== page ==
While we will soon all be back together (fingers crossed), we spent the first month of school hanging out in classrooms and hallways and in the plaza with our closest friends...or just people who happen to have a last name in our letter cohort.
In a survey we sent out to the upper school, 34.6% of Lovett students said that they wanted to be in the other letter group, and 65.4% said that they were happy in their letter group.
On the positive end, the letter day split has allowed students to get closer to other people and build stronger relationships, as well as keep their previous relationships.
“I feel like I have definitely gotten closer to some people,” said Walker Turner, grade 9. “I’m not sure I’ve grown apart as much, but I have definitely gotten closer.” Still, Walker said that she was curious about what it would be like to live in the opposite letter day, just for a day, to see all of the people she doesn’t normally see.
For some students, it took them a little time to adjust. Ava Brown said when she first found out about the letter day split, she didn’t think she had that many friends on her day, and she was a little bit disappointed. It wasn’t until she got to school on the first day that she saw how many people were actually on her letter day. She said that she thought school would be really bad and boring at first, but now, after a few weeks of the hybrid learning, it seems “almost normal.”
When I emailed Mr. Boswell about how they decided where to split the alphabet, he told me that, “There's a difference of about 18 students between the two cohorts. We made the split based on numbers for 6-12, since those were the grades starting in hybrid learning.” He also let me know that while 9th grade is fairly close in the number of students in each cohort, 10th, 11th, and 12th grade have a bigger range, with the senior class having the biggest difference (A-K: 79 and L-K: 62).
I was wondering how the number of Lovett students in each cohort matched up with the statistics for America as a whole. I found out that out of the over 150,000 different last names in the US, Smith is the most common, closely followed up by Johnson. I looked up the top 120 last names and I found out that about 40% of the most common last names were A-K and the other 60% was L-Z. This somewhat fits with grades 9 and 10, but it’s the reverse for grades 11 and 12.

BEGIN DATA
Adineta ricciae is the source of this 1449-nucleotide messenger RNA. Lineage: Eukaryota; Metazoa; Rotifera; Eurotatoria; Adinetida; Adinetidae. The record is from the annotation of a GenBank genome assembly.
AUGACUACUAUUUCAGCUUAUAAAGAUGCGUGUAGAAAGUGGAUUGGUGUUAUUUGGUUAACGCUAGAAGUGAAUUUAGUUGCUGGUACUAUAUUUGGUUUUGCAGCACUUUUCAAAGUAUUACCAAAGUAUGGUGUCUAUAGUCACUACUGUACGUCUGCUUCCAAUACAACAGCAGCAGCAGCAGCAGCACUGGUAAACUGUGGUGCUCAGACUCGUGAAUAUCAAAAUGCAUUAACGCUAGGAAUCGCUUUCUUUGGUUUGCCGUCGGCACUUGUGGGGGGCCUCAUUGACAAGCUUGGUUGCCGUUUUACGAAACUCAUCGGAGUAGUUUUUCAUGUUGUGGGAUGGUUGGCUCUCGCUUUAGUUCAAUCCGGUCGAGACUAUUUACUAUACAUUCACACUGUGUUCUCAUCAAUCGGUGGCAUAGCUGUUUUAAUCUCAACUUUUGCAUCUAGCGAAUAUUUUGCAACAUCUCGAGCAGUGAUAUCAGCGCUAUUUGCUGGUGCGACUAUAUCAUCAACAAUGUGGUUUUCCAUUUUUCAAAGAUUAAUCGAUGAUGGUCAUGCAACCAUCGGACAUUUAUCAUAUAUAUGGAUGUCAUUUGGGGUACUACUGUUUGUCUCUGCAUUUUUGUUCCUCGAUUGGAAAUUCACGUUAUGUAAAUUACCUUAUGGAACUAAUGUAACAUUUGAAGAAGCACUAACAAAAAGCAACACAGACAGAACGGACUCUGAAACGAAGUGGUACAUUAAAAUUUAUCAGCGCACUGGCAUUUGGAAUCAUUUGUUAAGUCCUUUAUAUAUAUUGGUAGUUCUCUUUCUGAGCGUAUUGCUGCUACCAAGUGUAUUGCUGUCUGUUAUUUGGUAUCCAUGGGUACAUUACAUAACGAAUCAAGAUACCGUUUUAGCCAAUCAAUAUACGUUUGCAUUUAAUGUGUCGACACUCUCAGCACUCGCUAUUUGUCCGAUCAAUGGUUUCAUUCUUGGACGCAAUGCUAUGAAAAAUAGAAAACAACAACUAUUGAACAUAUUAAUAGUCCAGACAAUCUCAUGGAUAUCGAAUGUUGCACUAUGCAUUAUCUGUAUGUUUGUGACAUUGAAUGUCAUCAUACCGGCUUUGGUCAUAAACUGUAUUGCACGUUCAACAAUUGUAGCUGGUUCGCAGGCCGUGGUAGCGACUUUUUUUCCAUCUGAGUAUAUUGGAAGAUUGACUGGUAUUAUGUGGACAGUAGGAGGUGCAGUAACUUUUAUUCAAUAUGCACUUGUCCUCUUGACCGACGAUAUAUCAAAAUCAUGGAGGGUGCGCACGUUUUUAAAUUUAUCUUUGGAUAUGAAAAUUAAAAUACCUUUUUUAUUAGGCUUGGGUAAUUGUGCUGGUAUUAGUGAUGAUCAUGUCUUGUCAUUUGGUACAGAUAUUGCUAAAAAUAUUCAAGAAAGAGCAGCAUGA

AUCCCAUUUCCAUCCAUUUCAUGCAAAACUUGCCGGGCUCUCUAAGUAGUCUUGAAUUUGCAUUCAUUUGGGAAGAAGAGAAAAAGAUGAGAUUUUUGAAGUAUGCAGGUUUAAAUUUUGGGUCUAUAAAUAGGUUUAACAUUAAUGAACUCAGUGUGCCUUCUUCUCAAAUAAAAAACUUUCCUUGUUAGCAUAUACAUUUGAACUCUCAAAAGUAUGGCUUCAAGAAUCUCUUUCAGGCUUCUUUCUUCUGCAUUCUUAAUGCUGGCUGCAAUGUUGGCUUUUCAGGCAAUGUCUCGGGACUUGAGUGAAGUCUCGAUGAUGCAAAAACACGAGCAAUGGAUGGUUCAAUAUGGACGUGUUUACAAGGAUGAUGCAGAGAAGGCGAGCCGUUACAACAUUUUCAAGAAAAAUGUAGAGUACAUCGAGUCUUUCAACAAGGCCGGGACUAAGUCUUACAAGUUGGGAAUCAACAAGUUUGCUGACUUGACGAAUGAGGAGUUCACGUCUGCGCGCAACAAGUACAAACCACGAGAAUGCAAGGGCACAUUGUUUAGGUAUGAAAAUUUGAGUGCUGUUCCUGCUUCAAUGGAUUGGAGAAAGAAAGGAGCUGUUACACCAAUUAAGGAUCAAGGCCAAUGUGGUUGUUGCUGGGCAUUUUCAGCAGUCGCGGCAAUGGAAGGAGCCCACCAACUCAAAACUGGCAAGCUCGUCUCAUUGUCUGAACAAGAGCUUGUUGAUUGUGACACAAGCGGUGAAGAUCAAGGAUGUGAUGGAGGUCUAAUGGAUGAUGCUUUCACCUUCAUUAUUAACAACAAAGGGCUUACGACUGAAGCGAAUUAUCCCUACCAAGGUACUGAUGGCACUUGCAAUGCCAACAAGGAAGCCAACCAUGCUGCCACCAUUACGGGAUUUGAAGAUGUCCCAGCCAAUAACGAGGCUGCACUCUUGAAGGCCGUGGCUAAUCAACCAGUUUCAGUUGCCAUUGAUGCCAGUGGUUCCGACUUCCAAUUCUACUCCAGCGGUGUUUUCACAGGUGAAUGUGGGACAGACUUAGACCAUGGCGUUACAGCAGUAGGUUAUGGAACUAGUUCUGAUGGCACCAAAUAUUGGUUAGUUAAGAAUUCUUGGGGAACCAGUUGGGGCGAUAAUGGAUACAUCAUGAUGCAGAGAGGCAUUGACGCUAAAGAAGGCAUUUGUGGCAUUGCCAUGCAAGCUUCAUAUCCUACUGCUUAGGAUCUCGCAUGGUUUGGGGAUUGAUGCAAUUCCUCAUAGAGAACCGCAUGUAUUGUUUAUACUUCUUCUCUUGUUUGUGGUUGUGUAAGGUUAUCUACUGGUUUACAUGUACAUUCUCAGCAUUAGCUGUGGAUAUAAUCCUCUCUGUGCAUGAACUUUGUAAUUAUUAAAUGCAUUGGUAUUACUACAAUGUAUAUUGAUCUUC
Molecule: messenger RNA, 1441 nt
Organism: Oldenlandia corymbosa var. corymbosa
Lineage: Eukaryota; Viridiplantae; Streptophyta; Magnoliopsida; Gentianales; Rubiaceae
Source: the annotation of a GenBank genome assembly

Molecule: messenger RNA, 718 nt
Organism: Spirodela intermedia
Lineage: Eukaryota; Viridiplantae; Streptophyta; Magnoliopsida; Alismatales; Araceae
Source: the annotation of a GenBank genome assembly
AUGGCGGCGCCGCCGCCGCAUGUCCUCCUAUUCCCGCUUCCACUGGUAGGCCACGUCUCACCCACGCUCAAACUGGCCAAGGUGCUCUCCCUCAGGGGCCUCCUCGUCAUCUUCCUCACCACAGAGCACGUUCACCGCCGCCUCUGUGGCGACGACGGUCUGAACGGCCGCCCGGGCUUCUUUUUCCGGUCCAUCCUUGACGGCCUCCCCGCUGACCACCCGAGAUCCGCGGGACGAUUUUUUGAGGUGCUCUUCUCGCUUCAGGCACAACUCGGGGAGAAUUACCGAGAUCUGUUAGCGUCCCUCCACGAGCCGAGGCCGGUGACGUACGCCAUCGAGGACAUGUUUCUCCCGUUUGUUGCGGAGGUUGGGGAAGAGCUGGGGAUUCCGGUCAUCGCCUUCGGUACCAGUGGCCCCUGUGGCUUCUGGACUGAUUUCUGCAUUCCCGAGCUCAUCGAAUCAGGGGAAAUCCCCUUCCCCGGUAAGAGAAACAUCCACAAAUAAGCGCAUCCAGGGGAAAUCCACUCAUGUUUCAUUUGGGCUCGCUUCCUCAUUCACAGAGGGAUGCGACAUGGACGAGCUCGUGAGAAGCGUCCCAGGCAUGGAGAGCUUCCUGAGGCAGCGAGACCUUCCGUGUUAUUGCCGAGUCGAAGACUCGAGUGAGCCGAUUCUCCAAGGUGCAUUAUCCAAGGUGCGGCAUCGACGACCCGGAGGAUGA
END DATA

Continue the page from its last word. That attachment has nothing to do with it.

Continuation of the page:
Given how important our last names have been to determining our fate at the beginning of this year, I was curious if there were other ways our names can shape our lives.
In an article in Business Insider magazine from 2015 called “13 Surprising Ways Your Name Affects Your Success,” the author, Jenna Goudreau, looks at research on the topic of names. Two of those “surprising ways” have to do with last names. According to one study, if your ”last name is closer to the beginning of the alphabet, you could get into a better school” and you’re also “more likely to be an impulse spender.” And in an MTV.com article from the same year, Carl Williot writes that, “studies and surveys suggest having a last name at the end of the alphabet could adversely affect one's psychology, financial status and career prospects.” Neither article suggests last names have an out-sized impact on your life (clearly there are millions of people who went to “good schools,” are well employed, and haven’t wasted all their money), but it’s still pretty crazy to think that it can have any influence at all.
Ultimately, students, regardless of their last names, just want to get back on (and remain on) campus. Ava Brown said that she didn’t think “anyone would come back at all” or “everyone would go home and then go back to virtual after a few days.” In fact, when she saw some school shoes she really wanted to get for the first day of school, her mom wouldn’t allow her to get them, because she thought that school was going to be all virtual soon so there would be no point.
I remember talking to all my friends and most said that there was no chance school would stay in session and some people were even placing bets on how long school would last. I wonder what I would have thought if someone had told me that, instead of everybody going virtual after a few weeks, we would all be back on campus.
I know that Ava (B)rown and I, Ayanna (D)esai are excited to meet up with Walker (T)urner when all of the freshmen come back to school.